A lot of these guys’ newest fans got a look at them at the NHL development camps, but there’s a different level of competitiveness at the National Junior Evaluation Camp. So NHL fans will have a chance to see their newest draft picks in actual games, as the bouts with Finland and Sweden get quite feisty.
Related: A look at 2012 Draft Eligibles Invited to National Junior Evaluation Camp
There are four goaltenders in camp including John Gibson who was No. 2 on the depth chart for Team USA last year. Gibson is a lock to make the club and appears impossible to unseat as the starter for the squad in Ufa.
What will be much more intriguing will be the battle to be his backup. Anthony Stolarz, Jon Gillies and Garrett Sparks were the other three invited to camp and none is an obvious choice, unlike last year when the goalie picture was abundantly clear. There’s also a pair of other goaltenders not in camp that may figure into the discussion later in Collin Olson and Connor Hellebuyck, who each could play significant minutes as freshmen for Ohio State and UMass-Lowell respectively.
Sweden and Finland
While keeping a close eye on Team USA, there should also be many big names on both the Sweden and Finland rosters. Since both countries use this event for World Junior prep as well, both often bring a good portion of their best players.
Finland is bringing many of their big guns to Lake Placid. First-rounders Teuvo Teravainen, Oli Maatta, and Joel Armia will be there, in addition to likely 2013 first-rounders Rasumus Ristolainen and Aleksander Barkov.
It’s not announced yet, but I wouldn’t be surprised if guys like Filip Forsberg, Oscar Dansk, Oscar Klefbom and Hampus Lindholm, and possibly even 2012 WJC OT hero Mika Zibanejad make the trip for Sweden. They’re all in Sweden’s expanded WJC camp currently underway.
With so many elite players in this camp, it really helps cure the summer malaise with high-quality hockey.
2013 Draft-Eligibles In Action
Arguably the best American prospect since Patrick Kane will be in competition in camp as Seth Jones takes the ice for the second straight year. Jones was the youngest player invited to last year’s NJEC and immediately proved he belonged. An injury during the pre-tournament camp prevented Jones from representing Team USA at the 2012 World Juniors and his absence was noticeable.
The 6-3, 200-pound defenseman could push Nathan MacKinnon for the first-overall selection in the 2013 NHL Entry Draft. He is a virtual lock for the U.S. National Junior Team this year and should show why in this camp. The scouts and GMs know him well, but it never hurts to make a good impression early in the draft season.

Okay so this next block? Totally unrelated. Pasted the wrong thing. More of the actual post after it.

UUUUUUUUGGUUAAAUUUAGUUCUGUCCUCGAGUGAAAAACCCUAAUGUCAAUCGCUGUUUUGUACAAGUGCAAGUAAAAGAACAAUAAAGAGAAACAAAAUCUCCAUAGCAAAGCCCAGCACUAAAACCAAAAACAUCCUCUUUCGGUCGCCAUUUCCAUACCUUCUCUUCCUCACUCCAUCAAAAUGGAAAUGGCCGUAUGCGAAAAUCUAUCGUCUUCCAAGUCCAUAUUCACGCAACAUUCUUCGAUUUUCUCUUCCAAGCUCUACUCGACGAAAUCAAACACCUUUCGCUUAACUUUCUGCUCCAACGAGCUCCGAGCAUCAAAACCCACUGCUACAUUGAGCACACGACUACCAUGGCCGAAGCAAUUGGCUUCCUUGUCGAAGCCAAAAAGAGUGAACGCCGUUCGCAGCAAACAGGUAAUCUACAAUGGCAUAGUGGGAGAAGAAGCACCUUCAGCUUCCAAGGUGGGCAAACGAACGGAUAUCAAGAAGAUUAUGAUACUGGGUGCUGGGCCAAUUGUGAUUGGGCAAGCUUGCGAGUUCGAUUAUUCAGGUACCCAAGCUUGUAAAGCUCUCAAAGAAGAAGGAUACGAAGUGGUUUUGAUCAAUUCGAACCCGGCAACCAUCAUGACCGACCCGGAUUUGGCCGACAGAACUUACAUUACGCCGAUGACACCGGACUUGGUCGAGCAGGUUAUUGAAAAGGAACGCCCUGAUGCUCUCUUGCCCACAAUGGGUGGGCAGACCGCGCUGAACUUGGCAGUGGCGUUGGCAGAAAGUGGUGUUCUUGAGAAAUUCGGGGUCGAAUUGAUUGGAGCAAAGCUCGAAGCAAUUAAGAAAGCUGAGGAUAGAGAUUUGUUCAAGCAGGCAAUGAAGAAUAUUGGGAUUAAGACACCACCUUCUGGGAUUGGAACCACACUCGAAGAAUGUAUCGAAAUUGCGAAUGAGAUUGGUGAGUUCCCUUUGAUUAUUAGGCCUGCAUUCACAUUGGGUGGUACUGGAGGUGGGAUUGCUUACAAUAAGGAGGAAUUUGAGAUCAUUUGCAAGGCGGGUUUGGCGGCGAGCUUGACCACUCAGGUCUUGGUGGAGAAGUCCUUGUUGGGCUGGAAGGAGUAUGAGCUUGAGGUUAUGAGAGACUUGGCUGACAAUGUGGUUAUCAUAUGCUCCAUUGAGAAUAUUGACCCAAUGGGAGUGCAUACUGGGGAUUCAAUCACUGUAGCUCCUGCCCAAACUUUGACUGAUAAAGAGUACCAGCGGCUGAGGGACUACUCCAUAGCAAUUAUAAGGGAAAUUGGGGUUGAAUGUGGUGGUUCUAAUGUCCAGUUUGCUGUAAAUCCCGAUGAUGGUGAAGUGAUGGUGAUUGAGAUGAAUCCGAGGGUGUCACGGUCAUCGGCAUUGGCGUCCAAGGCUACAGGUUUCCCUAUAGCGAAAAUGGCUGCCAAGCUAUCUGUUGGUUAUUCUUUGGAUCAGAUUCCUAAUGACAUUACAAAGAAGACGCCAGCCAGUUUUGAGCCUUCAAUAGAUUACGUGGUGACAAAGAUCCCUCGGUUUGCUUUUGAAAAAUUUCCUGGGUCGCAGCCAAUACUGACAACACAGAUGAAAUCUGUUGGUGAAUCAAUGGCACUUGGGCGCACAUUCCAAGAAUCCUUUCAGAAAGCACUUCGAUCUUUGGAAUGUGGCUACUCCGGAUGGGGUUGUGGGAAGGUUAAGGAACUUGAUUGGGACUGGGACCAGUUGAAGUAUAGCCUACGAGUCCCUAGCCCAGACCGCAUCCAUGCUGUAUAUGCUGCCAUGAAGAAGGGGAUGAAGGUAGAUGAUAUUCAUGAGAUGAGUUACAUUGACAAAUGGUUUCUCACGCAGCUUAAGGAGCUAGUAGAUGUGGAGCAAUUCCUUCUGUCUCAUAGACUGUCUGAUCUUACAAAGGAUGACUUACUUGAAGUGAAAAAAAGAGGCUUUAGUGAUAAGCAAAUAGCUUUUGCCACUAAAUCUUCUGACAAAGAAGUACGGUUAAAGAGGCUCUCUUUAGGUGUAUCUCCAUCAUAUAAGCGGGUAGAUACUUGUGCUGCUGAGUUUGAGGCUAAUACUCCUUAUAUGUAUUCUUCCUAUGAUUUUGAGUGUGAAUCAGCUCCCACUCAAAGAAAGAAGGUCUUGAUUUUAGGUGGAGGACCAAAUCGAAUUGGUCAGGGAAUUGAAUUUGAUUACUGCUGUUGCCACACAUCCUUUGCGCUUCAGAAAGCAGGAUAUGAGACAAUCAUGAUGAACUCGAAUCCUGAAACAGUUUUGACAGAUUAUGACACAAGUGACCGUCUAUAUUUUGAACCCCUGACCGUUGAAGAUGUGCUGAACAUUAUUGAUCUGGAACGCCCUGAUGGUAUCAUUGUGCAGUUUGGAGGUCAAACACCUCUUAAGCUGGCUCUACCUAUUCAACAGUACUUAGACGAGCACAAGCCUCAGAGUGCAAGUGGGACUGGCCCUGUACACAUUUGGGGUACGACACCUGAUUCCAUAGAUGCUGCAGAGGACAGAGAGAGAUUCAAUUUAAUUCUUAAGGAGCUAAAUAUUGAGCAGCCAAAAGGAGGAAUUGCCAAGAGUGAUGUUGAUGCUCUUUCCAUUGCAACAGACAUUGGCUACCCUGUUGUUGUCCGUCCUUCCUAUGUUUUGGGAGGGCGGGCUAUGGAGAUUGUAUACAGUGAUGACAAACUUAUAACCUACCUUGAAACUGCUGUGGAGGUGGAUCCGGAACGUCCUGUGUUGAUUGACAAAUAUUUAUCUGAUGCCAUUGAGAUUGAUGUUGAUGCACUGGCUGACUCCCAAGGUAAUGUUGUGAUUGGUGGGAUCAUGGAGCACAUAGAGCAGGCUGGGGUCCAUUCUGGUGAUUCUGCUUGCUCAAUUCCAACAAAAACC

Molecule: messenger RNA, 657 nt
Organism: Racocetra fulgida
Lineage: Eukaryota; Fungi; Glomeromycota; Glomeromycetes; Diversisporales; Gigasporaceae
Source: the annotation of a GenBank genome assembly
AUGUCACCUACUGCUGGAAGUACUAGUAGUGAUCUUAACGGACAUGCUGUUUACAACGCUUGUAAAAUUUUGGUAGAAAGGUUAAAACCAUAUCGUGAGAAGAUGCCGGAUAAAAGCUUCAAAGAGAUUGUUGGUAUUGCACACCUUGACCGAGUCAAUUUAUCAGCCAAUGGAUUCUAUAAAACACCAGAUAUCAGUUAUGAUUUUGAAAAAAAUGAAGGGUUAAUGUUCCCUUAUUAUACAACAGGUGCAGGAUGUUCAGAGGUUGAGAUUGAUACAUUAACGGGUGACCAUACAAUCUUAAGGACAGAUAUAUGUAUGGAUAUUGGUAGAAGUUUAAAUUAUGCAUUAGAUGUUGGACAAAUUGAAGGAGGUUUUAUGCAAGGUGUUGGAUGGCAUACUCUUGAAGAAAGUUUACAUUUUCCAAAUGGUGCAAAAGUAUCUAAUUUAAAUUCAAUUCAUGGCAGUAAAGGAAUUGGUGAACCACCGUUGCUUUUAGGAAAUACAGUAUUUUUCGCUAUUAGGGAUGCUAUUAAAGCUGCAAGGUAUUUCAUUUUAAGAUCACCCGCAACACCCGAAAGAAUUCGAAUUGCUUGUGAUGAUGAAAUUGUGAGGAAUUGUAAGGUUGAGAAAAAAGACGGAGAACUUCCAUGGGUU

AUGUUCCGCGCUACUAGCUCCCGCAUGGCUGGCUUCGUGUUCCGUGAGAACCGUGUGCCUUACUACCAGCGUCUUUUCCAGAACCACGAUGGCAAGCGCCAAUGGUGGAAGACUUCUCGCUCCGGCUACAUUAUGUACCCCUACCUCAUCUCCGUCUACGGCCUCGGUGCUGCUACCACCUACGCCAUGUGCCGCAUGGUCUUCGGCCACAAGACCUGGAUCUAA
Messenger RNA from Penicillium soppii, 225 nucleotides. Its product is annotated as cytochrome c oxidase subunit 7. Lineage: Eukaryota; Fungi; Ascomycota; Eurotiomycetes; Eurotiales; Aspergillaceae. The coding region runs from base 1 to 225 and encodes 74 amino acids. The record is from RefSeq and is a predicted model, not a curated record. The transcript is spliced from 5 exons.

There’s also Ryan Hartman, who may fly under the radar coming into the 2013 Draft season. After putting up surprisingly low offensive production in 2011-12 with the U.S. National Under-18 Team, Hartman was a standout in the World Under-18 Championship.
He’s headed to the Plymouth Whalers next year, where he should be able to put up some points, but this camp could be help Hartman make a statement early in the draft season with many scouts and GMs in Lake Placid.
What You Can’t See…
Florida Panthers 2011 second-round pick and North Dakota forward Rocco Grimaldi, who underwent knee surgery last season was invited, but isn’t quite ready to go for this camp. I’m told USA Hockey invited him knowing that there was a good chance he wouldn’t be ready, and it turns out he’s not, but should be good to go for the fall at North Dakota.
Grimaldi is a guy who, despite not being in camp, is still a very strong candidate to make the final roster. He’s been dynamic in international competition in two World U18 Championships and a World U17 Challenge.
Having lost almost all of his freshman season at North Dakota last year won’t help, but he’s the type of player the U.S. just doesn’t have a lot of in terms of puck skills and scoring ability. He’ll be watched closely throughout the first half of the season and I’d think still has a very strong chance to be on the plane to Ufa, Russia in December.
No replacement will be named for Grimaldi, leaving the camp with an even 24 forwards.
Coming up tomorrow on USofH, an in-depth look at the 17 defensemen invited to the U.S. National Junior Evaluation Camp.